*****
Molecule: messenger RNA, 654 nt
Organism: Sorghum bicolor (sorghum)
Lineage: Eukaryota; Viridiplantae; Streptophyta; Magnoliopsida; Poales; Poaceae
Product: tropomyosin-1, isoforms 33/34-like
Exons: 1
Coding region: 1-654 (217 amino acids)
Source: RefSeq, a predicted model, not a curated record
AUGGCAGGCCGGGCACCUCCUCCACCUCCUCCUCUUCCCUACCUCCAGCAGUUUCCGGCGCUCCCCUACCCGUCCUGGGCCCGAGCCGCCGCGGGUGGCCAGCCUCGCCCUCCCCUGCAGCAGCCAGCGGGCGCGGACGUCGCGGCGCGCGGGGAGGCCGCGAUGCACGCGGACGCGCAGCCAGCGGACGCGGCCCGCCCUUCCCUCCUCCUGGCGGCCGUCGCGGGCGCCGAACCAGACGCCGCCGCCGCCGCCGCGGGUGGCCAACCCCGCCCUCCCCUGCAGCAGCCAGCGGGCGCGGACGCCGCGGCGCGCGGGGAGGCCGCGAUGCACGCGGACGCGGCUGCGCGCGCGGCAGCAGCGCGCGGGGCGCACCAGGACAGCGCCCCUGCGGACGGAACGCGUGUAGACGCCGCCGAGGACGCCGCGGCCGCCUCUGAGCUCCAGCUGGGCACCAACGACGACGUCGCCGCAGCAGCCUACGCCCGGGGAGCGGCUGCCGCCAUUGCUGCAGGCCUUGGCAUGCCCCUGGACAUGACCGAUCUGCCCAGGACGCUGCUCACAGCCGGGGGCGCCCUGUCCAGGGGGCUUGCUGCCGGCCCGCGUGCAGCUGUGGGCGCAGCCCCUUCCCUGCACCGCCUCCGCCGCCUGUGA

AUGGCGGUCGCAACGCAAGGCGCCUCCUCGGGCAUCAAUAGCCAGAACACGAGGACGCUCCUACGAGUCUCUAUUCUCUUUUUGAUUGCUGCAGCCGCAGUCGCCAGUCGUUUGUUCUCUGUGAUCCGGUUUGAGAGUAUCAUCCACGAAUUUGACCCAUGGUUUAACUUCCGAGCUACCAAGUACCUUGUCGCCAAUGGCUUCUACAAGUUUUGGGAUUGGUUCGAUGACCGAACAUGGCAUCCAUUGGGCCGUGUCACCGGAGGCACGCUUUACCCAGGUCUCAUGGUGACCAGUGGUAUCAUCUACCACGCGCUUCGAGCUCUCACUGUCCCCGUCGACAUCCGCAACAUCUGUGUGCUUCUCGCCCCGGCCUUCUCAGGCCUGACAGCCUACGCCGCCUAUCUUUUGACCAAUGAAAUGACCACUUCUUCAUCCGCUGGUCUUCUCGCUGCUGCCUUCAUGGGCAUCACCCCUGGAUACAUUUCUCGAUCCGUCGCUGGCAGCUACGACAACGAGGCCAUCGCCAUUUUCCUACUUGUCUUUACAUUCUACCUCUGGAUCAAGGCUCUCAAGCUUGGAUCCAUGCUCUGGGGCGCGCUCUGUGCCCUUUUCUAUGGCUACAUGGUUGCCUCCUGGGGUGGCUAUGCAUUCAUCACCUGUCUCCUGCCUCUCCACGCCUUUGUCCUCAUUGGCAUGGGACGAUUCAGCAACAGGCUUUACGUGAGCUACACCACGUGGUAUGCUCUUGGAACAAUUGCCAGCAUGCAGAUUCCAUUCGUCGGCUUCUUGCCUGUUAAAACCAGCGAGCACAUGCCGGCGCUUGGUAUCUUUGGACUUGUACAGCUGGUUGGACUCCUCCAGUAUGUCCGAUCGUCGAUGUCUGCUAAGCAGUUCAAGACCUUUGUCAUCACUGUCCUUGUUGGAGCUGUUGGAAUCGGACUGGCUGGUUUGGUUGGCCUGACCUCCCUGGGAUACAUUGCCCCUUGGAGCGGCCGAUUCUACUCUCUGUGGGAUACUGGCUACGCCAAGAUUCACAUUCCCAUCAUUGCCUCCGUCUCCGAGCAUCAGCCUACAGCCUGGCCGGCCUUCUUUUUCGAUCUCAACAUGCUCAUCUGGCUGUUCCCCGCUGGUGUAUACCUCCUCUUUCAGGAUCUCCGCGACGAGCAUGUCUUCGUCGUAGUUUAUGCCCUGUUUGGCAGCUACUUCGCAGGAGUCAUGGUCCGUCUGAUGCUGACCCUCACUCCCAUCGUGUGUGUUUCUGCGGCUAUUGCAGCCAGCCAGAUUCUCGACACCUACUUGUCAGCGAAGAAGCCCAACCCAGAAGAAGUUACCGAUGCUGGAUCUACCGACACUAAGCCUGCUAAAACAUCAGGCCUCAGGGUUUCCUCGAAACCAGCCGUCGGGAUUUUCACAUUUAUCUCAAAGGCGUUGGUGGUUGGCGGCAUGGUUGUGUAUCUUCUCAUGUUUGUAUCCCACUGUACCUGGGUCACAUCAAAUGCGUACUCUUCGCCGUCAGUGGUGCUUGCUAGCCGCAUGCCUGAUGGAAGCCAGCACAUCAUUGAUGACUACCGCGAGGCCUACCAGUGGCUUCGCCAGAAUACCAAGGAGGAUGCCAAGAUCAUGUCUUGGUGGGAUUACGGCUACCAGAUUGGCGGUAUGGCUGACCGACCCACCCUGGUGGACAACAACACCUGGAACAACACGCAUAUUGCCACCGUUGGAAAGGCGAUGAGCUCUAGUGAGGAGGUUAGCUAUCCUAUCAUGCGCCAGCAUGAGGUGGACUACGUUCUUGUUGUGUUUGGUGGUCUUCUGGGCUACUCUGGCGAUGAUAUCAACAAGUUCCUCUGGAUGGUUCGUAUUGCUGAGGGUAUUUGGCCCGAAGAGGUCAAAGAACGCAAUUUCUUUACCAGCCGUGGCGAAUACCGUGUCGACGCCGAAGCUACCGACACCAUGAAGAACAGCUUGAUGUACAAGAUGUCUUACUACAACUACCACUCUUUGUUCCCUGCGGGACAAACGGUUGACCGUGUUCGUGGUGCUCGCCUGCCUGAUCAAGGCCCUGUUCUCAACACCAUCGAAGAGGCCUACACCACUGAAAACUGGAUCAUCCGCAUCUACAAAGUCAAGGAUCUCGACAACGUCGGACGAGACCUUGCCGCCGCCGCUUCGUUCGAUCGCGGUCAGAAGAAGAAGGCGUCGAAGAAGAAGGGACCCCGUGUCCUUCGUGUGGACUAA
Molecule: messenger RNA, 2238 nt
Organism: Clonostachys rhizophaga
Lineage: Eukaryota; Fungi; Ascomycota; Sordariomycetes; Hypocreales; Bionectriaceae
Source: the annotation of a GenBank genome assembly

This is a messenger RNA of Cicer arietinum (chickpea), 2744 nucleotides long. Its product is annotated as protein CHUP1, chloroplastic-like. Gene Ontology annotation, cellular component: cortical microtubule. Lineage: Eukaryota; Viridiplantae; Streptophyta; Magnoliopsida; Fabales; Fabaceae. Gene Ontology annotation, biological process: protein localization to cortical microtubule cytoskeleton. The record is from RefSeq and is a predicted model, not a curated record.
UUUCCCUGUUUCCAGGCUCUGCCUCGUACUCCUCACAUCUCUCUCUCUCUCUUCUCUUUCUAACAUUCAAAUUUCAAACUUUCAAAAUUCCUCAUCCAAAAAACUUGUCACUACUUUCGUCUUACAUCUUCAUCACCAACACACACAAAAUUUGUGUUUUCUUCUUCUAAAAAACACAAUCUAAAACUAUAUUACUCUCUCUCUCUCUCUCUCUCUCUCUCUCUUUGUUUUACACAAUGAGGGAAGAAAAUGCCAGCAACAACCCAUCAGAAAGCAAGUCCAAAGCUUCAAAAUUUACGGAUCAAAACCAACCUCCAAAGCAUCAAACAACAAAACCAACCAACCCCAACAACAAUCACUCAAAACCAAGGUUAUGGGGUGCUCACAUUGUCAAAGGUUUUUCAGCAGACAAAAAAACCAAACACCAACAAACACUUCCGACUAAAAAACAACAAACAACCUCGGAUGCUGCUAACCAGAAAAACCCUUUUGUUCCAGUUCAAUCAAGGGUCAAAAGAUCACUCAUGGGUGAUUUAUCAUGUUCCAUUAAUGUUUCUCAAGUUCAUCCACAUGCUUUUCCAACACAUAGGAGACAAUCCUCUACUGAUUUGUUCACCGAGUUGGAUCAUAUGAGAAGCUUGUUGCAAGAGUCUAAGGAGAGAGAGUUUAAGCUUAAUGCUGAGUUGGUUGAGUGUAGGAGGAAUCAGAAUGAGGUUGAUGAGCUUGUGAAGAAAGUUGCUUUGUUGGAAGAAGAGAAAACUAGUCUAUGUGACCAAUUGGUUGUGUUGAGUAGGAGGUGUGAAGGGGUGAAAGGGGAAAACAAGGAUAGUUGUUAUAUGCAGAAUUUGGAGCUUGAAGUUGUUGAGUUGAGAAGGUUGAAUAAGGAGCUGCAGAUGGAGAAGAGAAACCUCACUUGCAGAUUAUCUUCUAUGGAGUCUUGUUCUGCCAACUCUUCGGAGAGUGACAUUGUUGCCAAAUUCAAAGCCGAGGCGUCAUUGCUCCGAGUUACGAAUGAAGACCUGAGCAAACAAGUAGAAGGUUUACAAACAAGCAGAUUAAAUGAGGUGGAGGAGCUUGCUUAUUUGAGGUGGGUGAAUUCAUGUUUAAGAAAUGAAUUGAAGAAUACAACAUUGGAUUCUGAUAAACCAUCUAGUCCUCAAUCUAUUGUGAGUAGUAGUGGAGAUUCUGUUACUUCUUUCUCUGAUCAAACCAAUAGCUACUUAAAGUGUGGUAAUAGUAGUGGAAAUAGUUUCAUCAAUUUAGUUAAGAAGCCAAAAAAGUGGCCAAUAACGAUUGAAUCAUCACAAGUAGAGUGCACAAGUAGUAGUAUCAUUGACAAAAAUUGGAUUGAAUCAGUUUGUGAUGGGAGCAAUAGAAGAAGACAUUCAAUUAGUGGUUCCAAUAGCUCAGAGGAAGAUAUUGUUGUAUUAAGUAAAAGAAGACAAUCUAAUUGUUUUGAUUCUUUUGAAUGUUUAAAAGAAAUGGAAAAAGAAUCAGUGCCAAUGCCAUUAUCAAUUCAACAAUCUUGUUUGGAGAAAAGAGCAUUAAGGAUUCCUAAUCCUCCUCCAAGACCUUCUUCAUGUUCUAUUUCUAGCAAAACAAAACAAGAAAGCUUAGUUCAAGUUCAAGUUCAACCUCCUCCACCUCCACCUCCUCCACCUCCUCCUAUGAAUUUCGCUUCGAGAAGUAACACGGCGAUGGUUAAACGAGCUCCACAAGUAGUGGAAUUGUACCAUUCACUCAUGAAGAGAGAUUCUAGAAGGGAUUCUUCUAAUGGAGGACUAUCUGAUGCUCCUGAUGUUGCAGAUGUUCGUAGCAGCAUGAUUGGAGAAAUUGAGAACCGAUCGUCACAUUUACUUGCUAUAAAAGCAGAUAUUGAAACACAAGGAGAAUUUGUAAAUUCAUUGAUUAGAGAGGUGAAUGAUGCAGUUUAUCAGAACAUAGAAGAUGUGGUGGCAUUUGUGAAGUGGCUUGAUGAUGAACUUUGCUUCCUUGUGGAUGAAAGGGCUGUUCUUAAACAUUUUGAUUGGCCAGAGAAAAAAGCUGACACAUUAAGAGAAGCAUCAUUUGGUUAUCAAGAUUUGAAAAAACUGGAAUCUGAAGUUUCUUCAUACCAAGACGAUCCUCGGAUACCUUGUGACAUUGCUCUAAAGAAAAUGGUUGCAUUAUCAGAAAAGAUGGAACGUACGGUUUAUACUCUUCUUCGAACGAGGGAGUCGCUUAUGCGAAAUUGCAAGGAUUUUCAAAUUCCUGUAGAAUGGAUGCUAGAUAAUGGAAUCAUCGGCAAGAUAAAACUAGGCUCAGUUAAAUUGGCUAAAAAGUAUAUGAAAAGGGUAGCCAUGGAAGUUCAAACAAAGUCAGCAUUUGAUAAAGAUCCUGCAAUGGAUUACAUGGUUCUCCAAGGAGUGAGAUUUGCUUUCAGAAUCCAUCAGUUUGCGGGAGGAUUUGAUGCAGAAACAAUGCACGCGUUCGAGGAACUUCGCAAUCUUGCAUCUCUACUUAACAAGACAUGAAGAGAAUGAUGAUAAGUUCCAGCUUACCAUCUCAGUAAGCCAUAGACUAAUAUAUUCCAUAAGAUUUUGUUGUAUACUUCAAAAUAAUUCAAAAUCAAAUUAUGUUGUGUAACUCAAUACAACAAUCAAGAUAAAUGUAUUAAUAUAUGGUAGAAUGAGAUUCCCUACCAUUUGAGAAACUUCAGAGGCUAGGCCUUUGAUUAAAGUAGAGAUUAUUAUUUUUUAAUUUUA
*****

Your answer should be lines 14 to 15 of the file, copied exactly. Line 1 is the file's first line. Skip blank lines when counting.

This is a messenger RNA of Cicer arietinum (chickpea), 2744 nucleotides long. Its product is annotated as protein CHUP1, chloroplastic-like. Gene Ontology annotation, cellular component: cortical microtubule. Lineage: Eukaryota; Viridiplantae; Streptophyta; Magnoliopsida; Fabales; Fabaceae. Gene Ontology annotation, biological process: protein localization to cortical microtubule cytoskeleton. The record is from RefSeq and is a predicted model, not a curated record.
UUUCCCUGUUUCCAGGCUCUGCCUCGUACUCCUCACAUCUCUCUCUCUCUCUUCUCUUUCUAACAUUCAAAUUUCAAACUUUCAAAAUUCCUCAUCCAAAAAACUUGUCACUACUUUCGUCUUACAUCUUCAUCACCAACACACACAAAAUUUGUGUUUUCUUCUUCUAAAAAACACAAUCUAAAACUAUAUUACUCUCUCUCUCUCUCUCUCUCUCUCUCUCUUUGUUUUACACAAUGAGGGAAGAAAAUGCCAGCAACAACCCAUCAGAAAGCAAGUCCAAAGCUUCAAAAUUUACGGAUCAAAACCAACCUCCAAAGCAUCAAACAACAAAACCAACCAACCCCAACAACAAUCACUCAAAACCAAGGUUAUGGGGUGCUCACAUUGUCAAAGGUUUUUCAGCAGACAAAAAAACCAAACACCAACAAACACUUCCGACUAAAAAACAACAAACAACCUCGGAUGCUGCUAACCAGAAAAACCCUUUUGUUCCAGUUCAAUCAAGGGUCAAAAGAUCACUCAUGGGUGAUUUAUCAUGUUCCAUUAAUGUUUCUCAAGUUCAUCCACAUGCUUUUCCAACACAUAGGAGACAAUCCUCUACUGAUUUGUUCACCGAGUUGGAUCAUAUGAGAAGCUUGUUGCAAGAGUCUAAGGAGAGAGAGUUUAAGCUUAAUGCUGAGUUGGUUGAGUGUAGGAGGAAUCAGAAUGAGGUUGAUGAGCUUGUGAAGAAAGUUGCUUUGUUGGAAGAAGAGAAAACUAGUCUAUGUGACCAAUUGGUUGUGUUGAGUAGGAGGUGUGAAGGGGUGAAAGGGGAAAACAAGGAUAGUUGUUAUAUGCAGAAUUUGGAGCUUGAAGUUGUUGAGUUGAGAAGGUUGAAUAAGGAGCUGCAGAUGGAGAAGAGAAACCUCACUUGCAGAUUAUCUUCUAUGGAGUCUUGUUCUGCCAACUCUUCGGAGAGUGACAUUGUUGCCAAAUUCAAAGCCGAGGCGUCAUUGCUCCGAGUUACGAAUGAAGACCUGAGCAAACAAGUAGAAGGUUUACAAACAAGCAGAUUAAAUGAGGUGGAGGAGCUUGCUUAUUUGAGGUGGGUGAAUUCAUGUUUAAGAAAUGAAUUGAAGAAUACAACAUUGGAUUCUGAUAAACCAUCUAGUCCUCAAUCUAUUGUGAGUAGUAGUGGAGAUUCUGUUACUUCUUUCUCUGAUCAAACCAAUAGCUACUUAAAGUGUGGUAAUAGUAGUGGAAAUAGUUUCAUCAAUUUAGUUAAGAAGCCAAAAAAGUGGCCAAUAACGAUUGAAUCAUCACAAGUAGAGUGCACAAGUAGUAGUAUCAUUGACAAAAAUUGGAUUGAAUCAGUUUGUGAUGGGAGCAAUAGAAGAAGACAUUCAAUUAGUGGUUCCAAUAGCUCAGAGGAAGAUAUUGUUGUAUUAAGUAAAAGAAGACAAUCUAAUUGUUUUGAUUCUUUUGAAUGUUUAAAAGAAAUGGAAAAAGAAUCAGUGCCAAUGCCAUUAUCAAUUCAACAAUCUUGUUUGGAGAAAAGAGCAUUAAGGAUUCCUAAUCCUCCUCCAAGACCUUCUUCAUGUUCUAUUUCUAGCAAAACAAAACAAGAAAGCUUAGUUCAAGUUCAAGUUCAACCUCCUCCACCUCCACCUCCUCCACCUCCUCCUAUGAAUUUCGCUUCGAGAAGUAACACGGCGAUGGUUAAACGAGCUCCACAAGUAGUGGAAUUGUACCAUUCACUCAUGAAGAGAGAUUCUAGAAGGGAUUCUUCUAAUGGAGGACUAUCUGAUGCUCCUGAUGUUGCAGAUGUUCGUAGCAGCAUGAUUGGAGAAAUUGAGAACCGAUCGUCACAUUUACUUGCUAUAAAAGCAGAUAUUGAAACACAAGGAGAAUUUGUAAAUUCAUUGAUUAGAGAGGUGAAUGAUGCAGUUUAUCAGAACAUAGAAGAUGUGGUGGCAUUUGUGAAGUGGCUUGAUGAUGAACUUUGCUUCCUUGUGGAUGAAAGGGCUGUUCUUAAACAUUUUGAUUGGCCAGAGAAAAAAGCUGACACAUUAAGAGAAGCAUCAUUUGGUUAUCAAGAUUUGAAAAAACUGGAAUCUGAAGUUUCUUCAUACCAAGACGAUCCUCGGAUACCUUGUGACAUUGCUCUAAAGAAAAUGGUUGCAUUAUCAGAAAAGAUGGAACGUACGGUUUAUACUCUUCUUCGAACGAGGGAGUCGCUUAUGCGAAAUUGCAAGGAUUUUCAAAUUCCUGUAGAAUGGAUGCUAGAUAAUGGAAUCAUCGGCAAGAUAAAACUAGGCUCAGUUAAAUUGGCUAAAAAGUAUAUGAAAAGGGUAGCCAUGGAAGUUCAAACAAAGUCAGCAUUUGAUAAAGAUCCUGCAAUGGAUUACAUGGUUCUCCAAGGAGUGAGAUUUGCUUUCAGAAUCCAUCAGUUUGCGGGAGGAUUUGAUGCAGAAACAAUGCACGCGUUCGAGGAACUUCGCAAUCUUGCAUCUCUACUUAACAAGACAUGAAGAGAAUGAUGAUAAGUUCCAGCUUACCAUCUCAGUAAGCCAUAGACUAAUAUAUUCCAUAAGAUUUUGUUGUAUACUUCAAAAUAAUUCAAAAUCAAAUUAUGUUGUGUAACUCAAUACAACAAUCAAGAUAAAUGUAUUAAUAUAUGGUAGAAUGAGAUUCCCUACCAUUUGAGAAACUUCAGAGGCUAGGCCUUUGAUUAAAGUAGAGAUUAUUAUUUUUUAAUUUUA